Digital technologies have profoundly changed our lives, blurring the lines between the digital and physical worlds. From its humble beginnings, the current constellation of tools and technologies that empower organizations has grown smarter. While digitalization makes businesses intelligent and offers immense value, it also opens up a diverse range of risks. Organizations often face challenges in effectively sensing and managing digital risks and in demonstrating reasonable compliance.
The impediments inhibiting effective GRC often get reflected as operational shortcomings, such as inadequate visibility into crown-jewel assets, a siloed view of risks, risk and compliance reports not catering to the right audience, redundant approaches restraining correlation and compounding exposure of risks, poor user experience and overwhelmingly complex GRC automation. With digital transformation going mainstream, organizations that fail to keep pace with relevant GRC strategies are likely to put themselves at a competitive disadvantage.
The following list summarizes the common misconceptions about the role of GRC in the digital ecosystem:
1) Traditional risk and compliance management practices organize operations into chunks of disconnected units, often noted as disparate departments merely administering their own chores to satisfy compliance requirements, with no homogeneity between risk frameworks, risk-scoring techniques, and terminologies, leading to misconceptions and cognitive disparities of GRC. The silo model also results in wasted resources and inefficiencies due to isolated approaches. Organizations should focus on bolstering effectiveness of GRC by breaking down silos and setting common or comparable frameworks and definitions.
2) With digitalization, businesses end up processing heaps of data of all forms, ranging from users' searches, clicks, website visits, likes, daily habits, online purchases and much more, to achieve their competitive edge. With data being the juice of digitalization, this also puts the organization on a path toward malicious attacks and information thefts. Given the fast pace of digital business and the burgeoning data underpinning the processes, GRC cannot work as a separate competence outside the digital processes – instead GRC should be integrated into design of digital transformation.
3) Digitalization is making inroads with novel delivery methods, and the supply chain is too big to ignore. The burgeoning growth of third-party relationships demands credible and timely insights of the risk and compliance posture underpinning supply chain entities. Remember, your organization is only as strong as its chain of suppliers, and any weak link in the chain is an opportunity for perpetrators to intrude. GRC cannot make the cut with a checklist focus.
4) GRC should communicate in the language of the audiences to demonstrate its value. How many times have we seen a risk assessment conducted at a theoretical level, highlighting the issues that management is already aware of; or a frontline questioning the context of the requirement in the controls framework and how it applies to his jurisdiction of support; or failing to keep the board’s attention due to technically overloaded risk presentations? It all sums up into a simple yet most complex expectation of “communication.” GRC should tailor its language to its audiences to advance user experience and to demonstrate value to business.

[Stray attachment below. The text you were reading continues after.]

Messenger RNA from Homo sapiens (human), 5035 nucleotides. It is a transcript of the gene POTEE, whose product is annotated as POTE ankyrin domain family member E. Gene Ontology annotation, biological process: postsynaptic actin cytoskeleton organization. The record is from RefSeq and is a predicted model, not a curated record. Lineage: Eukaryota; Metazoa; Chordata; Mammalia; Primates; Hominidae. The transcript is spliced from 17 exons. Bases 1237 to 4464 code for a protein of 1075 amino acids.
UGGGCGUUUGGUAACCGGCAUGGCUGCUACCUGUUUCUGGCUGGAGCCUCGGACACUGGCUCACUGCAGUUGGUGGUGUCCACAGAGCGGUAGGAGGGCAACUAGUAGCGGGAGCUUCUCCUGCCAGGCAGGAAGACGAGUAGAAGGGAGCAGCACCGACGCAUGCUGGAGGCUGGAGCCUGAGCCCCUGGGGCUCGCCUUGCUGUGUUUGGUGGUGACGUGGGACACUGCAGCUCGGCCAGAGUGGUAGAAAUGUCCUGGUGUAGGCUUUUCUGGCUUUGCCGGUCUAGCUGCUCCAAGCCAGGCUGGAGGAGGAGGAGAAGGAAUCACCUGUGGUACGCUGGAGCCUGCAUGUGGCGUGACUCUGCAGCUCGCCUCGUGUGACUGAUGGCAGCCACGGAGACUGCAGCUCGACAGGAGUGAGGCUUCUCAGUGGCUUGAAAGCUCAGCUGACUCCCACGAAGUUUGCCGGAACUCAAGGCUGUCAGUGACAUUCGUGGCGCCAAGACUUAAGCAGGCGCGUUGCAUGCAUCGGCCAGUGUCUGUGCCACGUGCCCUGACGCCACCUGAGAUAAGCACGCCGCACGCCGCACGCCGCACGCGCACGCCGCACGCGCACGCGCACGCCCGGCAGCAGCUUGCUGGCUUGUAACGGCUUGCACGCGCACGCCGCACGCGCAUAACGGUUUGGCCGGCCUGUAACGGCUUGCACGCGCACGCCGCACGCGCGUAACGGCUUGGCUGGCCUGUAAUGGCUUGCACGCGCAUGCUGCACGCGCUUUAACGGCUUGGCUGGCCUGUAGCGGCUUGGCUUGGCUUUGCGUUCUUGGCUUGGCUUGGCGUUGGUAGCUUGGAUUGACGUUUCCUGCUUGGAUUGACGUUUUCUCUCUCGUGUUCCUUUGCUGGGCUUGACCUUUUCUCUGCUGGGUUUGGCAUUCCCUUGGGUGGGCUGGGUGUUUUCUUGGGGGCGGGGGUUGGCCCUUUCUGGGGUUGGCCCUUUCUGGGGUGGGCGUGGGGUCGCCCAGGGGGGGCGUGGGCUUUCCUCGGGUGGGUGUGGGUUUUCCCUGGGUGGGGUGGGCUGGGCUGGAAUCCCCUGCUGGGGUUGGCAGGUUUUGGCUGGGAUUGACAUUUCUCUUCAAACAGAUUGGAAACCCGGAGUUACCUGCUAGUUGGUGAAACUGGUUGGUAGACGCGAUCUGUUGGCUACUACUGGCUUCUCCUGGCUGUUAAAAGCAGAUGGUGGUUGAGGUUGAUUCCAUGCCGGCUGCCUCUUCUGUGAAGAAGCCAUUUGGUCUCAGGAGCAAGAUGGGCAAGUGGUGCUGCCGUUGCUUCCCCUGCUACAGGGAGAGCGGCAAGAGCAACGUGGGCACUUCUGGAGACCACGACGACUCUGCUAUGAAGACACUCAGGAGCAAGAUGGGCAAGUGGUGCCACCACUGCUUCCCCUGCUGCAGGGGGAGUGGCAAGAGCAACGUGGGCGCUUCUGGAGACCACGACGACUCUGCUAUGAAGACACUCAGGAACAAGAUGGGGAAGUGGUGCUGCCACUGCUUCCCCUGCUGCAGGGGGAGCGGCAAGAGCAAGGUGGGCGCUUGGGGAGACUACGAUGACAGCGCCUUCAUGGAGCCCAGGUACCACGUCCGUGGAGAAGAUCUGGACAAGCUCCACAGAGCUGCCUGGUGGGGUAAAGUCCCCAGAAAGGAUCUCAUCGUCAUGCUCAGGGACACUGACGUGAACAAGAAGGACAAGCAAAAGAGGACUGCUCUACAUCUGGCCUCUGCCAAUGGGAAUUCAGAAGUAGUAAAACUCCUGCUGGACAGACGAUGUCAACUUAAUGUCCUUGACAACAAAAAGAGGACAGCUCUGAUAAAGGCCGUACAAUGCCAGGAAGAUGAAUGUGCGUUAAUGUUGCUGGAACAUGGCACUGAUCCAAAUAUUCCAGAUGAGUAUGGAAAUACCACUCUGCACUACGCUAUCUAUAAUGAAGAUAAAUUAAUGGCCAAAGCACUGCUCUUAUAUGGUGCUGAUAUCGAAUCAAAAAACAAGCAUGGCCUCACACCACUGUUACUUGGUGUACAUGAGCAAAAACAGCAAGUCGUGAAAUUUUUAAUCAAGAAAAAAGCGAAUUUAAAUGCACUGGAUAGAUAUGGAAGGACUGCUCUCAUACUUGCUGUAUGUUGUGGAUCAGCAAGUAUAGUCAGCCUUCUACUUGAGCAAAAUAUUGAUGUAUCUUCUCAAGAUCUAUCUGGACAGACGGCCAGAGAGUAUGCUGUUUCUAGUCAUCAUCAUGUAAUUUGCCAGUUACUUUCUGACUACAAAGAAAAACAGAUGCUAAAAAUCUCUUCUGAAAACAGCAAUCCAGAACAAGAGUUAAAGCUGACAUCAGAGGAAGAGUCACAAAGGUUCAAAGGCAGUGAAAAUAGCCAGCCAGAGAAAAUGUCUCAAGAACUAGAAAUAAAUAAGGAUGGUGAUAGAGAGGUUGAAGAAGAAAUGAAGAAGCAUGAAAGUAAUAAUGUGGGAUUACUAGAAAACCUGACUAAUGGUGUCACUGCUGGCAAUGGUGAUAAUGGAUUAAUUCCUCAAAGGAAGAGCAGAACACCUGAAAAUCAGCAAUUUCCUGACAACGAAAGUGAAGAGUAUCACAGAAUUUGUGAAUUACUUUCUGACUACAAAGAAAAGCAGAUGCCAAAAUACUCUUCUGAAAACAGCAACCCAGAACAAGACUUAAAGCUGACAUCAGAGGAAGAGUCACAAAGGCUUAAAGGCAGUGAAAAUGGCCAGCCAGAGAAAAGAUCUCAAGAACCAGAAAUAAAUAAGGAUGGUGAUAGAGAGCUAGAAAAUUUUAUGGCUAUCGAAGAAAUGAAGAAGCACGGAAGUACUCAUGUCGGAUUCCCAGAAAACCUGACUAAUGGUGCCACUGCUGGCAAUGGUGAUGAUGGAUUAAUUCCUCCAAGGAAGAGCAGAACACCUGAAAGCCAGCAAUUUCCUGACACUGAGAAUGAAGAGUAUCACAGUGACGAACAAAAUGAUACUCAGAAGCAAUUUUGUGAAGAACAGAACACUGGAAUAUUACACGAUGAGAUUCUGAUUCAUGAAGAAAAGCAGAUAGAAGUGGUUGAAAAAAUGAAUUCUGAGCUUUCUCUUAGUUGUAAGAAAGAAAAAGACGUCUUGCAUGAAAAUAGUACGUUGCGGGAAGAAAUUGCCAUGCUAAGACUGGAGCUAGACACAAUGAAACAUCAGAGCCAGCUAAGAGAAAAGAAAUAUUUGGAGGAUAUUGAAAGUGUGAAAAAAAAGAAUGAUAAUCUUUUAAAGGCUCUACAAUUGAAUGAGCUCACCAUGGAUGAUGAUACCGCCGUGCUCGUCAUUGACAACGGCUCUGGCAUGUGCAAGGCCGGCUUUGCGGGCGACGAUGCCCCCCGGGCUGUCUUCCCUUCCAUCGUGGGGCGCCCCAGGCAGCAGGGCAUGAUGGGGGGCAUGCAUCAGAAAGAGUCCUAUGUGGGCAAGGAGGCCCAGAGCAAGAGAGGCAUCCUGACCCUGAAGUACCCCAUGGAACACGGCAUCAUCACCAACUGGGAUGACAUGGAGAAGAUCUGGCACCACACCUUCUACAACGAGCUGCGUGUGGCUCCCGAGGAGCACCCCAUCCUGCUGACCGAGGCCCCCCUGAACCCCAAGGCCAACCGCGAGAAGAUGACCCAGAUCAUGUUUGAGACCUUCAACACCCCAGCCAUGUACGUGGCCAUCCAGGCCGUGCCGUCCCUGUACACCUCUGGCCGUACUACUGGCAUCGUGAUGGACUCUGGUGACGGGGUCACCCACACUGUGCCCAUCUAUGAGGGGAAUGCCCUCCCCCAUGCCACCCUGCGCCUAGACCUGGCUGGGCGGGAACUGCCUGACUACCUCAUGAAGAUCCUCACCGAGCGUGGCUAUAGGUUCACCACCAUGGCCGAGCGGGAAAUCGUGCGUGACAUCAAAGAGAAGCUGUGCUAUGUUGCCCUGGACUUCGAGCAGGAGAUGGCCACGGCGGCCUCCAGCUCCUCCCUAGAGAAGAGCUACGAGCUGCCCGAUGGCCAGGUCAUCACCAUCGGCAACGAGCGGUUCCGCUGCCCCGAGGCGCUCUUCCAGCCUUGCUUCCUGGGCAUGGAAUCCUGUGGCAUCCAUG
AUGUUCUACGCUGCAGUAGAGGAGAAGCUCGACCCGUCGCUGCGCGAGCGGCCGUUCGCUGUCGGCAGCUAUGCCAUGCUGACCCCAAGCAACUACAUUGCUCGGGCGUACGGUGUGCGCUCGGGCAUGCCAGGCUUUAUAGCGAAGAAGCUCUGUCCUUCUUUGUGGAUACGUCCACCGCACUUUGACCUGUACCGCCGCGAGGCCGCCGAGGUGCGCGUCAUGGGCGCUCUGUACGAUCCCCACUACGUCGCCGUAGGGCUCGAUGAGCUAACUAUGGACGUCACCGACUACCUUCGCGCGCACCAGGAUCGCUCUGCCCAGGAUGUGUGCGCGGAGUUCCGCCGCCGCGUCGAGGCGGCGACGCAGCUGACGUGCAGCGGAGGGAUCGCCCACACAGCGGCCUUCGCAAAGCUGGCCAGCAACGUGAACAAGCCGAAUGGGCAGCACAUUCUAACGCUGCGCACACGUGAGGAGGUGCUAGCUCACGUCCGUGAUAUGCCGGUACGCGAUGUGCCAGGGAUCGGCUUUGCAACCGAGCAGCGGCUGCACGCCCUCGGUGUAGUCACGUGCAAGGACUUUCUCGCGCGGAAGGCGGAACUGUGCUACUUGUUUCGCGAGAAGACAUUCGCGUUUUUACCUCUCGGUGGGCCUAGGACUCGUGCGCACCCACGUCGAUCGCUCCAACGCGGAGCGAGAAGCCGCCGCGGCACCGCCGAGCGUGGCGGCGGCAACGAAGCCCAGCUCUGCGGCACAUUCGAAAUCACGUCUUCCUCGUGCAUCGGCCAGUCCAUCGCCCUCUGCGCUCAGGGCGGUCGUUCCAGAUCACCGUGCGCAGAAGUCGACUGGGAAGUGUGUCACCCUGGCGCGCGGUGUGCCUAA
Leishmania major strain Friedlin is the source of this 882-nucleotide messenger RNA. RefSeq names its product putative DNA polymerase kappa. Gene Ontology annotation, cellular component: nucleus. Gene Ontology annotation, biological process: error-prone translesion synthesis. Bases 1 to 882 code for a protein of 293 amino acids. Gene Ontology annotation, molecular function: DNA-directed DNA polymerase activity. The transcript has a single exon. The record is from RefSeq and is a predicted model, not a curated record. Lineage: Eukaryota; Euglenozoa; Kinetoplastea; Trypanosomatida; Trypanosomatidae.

5) As speed and agility are the key influencers of success in the digitalization journey, administering GRC in spreadsheets and shared drives results in clear diminishing value for organizations. At the same time, automation is not the ultimate fix; the use of silo technologies without sufficient collaboration is far more upsetting than manual paperwork. Remember, the goal of GRC solutions is to deliver business value by providing accurate, credible and timely intelligence of risk and compliance, rather than getting tangled in solution warfare.
Digitalization is spreading its tentacles across organization. Though organizations are challenged to find new avenues of bulletproofing GRC, successful risk practitioners are staying ahead of the game by focusing on business value creation.
Editor’s note: Sathiyamurthy will provide more insights on this topic in his “Bulletproof your Governance, Risk and Compliance program - GRC by Design” session at ISACA’s 2019 North America CACS conference, to take place 13-15 May in Anaheim, California, USA.
Author’s note: Sudhakar Sathiyamurthy, CISA, CRISC, CGEIT, CIPP, ITIL (Expert) is an experienced executive and director with Grant Thornton’s Risk Advisory Services with a broad range of international experience in building and transforming outcome driven risk advisory services and solutions. His experience has been shaped by helping clients to model and implement strategies to achieve a risk intelligent posture. Sathiyamurthy has led various large-scale programs helping clients stand-up and scale risk capabilities. He has led and contributed to various publications, authored editorials for leading journals and frequently speaks on international forums. He can be contacted at email@example.com.